Monday, January 28, 2008

Michael Clayton

Michael Clayton (2007) directed by Tony Gilroy.


We've seen a lot of legal thrillers. It's always obvious from the outset who to root for; stuff like Erin Brockovich may entertain, but the heroes aren't always so cut and dried or squeaky clean. The Insider was another good film, with a less likeable protagonist, but it's rare that a movie goes so far as to give us a Michael Clayton. George Clooney plays the titular role, as a fixer for a big law firm who doesn't seem to get much happiness out of life. He's divorced and his kid lives in a fantasy novel, he's a poker table gambler who doesn't win often, and he has to deal with entitled rich monsters who want him to make it all better when they crush one of the little people, who have the temerity to want justice.
The story is told in flashback. We meet Clayton when he is called on to cover for a vacationing lawyer. He's supposed to be a "miracle worker," but he describes himself as a janitor. Cleaning up other people's mess. A big mess gets created by lawyer Arthur Eden, played by Tom Wilkinson, when he has a mental breakdown during a deposition, and Clayton is called in for damage control by his boss, Sydney Pollack. Like his role in Eyes Wide Shut, he is utterly believable as a powerful man who tells people how it is.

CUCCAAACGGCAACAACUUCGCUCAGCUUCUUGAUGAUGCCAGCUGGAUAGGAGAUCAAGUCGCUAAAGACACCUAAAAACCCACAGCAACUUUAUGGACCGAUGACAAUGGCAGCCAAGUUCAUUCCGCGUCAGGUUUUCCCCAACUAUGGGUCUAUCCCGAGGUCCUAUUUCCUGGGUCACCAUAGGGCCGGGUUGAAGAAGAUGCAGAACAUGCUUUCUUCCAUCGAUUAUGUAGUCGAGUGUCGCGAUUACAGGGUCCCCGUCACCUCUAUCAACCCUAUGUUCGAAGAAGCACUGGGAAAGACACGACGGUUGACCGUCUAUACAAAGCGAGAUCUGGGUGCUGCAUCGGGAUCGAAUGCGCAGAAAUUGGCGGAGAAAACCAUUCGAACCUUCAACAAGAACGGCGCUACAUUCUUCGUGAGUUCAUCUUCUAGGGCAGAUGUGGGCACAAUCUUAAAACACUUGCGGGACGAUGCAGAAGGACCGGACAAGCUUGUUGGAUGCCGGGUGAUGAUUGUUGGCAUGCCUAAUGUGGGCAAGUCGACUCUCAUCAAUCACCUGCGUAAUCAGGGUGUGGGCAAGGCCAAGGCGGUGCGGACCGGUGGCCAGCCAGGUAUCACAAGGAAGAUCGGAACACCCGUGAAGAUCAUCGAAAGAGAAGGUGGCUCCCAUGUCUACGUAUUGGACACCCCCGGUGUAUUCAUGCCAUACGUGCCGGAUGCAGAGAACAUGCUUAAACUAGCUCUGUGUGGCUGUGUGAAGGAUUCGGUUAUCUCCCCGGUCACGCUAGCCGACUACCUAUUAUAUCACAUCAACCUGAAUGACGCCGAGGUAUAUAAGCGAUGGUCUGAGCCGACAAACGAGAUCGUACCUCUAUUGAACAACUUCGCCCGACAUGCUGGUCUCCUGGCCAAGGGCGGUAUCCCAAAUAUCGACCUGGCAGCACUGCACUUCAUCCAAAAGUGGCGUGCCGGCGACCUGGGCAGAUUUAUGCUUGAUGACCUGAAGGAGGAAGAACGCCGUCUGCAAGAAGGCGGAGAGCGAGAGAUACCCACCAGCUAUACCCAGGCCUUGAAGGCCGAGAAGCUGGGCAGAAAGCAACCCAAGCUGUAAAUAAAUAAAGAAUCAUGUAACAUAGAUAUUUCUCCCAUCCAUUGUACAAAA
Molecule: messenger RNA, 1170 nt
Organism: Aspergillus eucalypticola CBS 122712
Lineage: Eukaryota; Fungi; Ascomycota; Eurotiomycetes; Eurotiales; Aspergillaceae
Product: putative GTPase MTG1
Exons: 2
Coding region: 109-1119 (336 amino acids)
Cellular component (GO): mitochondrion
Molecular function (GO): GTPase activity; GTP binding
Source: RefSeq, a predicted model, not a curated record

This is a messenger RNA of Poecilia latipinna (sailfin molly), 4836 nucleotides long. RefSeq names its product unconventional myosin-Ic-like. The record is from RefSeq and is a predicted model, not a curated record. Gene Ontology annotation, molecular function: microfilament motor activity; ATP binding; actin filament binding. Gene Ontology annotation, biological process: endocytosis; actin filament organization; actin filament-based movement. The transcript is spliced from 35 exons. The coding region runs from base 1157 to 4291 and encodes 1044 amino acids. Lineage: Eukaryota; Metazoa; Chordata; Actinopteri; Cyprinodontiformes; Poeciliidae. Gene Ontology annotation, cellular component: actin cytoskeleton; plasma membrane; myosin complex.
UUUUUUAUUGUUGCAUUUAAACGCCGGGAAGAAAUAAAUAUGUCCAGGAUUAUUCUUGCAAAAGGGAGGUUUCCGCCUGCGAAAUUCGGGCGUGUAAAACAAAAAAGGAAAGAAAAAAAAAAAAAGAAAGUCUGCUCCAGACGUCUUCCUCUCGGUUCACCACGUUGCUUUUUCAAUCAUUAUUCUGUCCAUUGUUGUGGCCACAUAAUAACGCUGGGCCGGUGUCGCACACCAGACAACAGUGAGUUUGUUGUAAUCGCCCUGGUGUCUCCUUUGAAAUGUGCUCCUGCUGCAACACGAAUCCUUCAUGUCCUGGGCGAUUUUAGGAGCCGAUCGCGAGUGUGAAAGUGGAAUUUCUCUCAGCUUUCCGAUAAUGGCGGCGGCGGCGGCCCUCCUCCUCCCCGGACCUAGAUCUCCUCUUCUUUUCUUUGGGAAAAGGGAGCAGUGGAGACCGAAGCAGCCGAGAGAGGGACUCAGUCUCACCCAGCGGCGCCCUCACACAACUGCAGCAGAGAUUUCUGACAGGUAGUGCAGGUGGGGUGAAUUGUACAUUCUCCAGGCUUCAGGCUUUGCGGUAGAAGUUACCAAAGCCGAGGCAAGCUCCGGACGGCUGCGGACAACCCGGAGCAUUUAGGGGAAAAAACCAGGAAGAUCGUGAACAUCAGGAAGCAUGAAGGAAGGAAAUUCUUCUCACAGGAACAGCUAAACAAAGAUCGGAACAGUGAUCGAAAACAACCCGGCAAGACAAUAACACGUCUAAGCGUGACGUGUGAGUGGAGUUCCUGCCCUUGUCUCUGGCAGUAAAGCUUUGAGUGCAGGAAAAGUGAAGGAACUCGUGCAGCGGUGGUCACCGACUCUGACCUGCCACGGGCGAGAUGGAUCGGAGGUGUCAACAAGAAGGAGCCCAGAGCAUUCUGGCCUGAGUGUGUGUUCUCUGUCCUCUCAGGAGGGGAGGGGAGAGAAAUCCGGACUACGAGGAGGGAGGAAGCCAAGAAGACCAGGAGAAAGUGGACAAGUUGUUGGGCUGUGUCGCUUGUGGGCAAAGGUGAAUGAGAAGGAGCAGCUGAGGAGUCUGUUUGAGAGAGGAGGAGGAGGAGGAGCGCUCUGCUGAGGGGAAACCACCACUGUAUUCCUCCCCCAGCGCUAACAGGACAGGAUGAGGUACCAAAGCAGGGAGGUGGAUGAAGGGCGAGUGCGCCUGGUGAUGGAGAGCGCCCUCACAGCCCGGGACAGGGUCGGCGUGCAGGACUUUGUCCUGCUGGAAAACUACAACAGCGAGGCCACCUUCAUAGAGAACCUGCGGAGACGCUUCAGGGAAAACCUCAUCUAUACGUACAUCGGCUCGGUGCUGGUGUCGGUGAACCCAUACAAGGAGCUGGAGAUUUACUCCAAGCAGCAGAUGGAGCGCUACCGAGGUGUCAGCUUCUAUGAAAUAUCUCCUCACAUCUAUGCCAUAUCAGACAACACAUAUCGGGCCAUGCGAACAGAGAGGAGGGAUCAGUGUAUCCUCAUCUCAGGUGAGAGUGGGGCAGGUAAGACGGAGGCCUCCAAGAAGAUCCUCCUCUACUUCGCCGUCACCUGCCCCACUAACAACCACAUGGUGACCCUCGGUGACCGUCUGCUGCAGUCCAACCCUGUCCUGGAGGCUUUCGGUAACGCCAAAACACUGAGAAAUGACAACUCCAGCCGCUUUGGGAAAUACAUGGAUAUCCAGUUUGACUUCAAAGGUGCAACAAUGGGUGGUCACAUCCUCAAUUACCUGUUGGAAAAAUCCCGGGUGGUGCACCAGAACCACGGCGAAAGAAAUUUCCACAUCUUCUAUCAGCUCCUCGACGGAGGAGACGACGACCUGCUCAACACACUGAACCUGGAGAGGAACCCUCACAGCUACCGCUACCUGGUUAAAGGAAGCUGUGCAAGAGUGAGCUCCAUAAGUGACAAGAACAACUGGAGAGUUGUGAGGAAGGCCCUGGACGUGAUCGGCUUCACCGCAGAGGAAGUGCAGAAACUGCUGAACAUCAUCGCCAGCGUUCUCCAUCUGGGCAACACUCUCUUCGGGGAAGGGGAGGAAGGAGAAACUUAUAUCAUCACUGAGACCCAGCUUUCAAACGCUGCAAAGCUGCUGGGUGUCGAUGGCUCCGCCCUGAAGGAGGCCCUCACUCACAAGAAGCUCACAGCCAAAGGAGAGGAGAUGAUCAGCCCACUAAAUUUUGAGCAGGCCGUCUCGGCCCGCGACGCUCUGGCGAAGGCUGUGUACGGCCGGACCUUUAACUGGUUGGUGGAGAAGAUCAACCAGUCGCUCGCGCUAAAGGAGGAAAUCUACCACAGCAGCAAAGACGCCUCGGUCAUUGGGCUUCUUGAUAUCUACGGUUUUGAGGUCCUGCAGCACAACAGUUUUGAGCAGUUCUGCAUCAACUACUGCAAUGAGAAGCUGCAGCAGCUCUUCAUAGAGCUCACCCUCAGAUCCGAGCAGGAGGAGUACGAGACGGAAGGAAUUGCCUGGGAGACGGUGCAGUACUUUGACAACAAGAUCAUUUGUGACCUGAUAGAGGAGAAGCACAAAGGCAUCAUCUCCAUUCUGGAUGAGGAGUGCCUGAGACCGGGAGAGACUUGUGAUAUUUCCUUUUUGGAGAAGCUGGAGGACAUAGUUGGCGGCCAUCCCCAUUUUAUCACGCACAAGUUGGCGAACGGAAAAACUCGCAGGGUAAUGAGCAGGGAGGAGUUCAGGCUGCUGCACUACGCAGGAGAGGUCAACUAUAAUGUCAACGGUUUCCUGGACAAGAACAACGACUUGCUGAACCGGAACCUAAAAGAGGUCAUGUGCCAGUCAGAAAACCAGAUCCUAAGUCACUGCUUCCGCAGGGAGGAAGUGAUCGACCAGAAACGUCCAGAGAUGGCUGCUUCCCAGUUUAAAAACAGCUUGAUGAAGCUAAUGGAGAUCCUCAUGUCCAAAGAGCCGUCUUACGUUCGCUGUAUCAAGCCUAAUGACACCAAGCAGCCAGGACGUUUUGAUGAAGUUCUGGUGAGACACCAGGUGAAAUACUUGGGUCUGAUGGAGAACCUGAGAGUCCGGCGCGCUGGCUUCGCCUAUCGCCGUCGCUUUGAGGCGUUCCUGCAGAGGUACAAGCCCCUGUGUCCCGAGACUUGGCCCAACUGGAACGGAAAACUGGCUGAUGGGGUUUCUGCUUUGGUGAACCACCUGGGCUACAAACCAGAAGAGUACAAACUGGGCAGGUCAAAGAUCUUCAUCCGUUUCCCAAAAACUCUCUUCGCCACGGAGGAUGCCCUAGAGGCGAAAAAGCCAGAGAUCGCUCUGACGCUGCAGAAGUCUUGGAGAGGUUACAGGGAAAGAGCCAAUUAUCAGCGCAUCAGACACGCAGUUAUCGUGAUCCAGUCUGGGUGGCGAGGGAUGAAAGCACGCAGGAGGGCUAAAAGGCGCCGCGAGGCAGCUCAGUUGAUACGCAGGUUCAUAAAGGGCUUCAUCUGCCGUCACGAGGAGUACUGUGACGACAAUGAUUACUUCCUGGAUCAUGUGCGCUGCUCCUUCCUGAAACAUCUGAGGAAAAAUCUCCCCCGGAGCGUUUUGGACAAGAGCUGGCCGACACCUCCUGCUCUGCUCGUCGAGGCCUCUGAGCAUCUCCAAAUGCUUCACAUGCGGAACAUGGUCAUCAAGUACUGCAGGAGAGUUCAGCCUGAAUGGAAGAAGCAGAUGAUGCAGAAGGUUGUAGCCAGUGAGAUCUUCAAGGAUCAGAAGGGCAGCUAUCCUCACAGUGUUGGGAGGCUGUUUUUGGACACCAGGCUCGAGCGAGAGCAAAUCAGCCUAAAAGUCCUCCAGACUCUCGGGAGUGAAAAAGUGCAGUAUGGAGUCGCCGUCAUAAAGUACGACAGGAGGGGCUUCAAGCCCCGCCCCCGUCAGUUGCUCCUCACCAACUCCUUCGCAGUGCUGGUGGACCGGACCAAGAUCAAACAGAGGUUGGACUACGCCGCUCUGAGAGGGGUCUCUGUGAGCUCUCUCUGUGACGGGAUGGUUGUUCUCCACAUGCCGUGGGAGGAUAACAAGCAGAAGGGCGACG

In the process of cleaning up Arthur's mess, Michael nearly loses his own son, begins to see the method to Arthur's madness. He may be unhinged, but he certainly has his faculties. He's also up against Tilda Swinton as the lawyer from the company Arthur was supposed to be defending. She's as ruthless as any of them, and has her own fixers. There's a particular clever scene that intercuts with her perfect performance at a deposition with her rehearsing at home while she dresses, that captures the character. Tilda Swinton has always been one to watch, from her childlike role in Thumbsucker to the wounded woman in The War Zone and the desperate mother protecting her wayward son in The Deep End. Here she stands alongside some major players and even surpasses them.
Like Gone Baby Gone, the film does not go where you expect it will go. There are men beyond redemption, and sometimes it takes a devil to do a good deed, for the wrong reasons, for justice to be done. The final shot shows Clayton in a cab to nowhere, being eaten alive from the inside. Clooney has given us a real and unsavory character who deserves to have a movie named after him.

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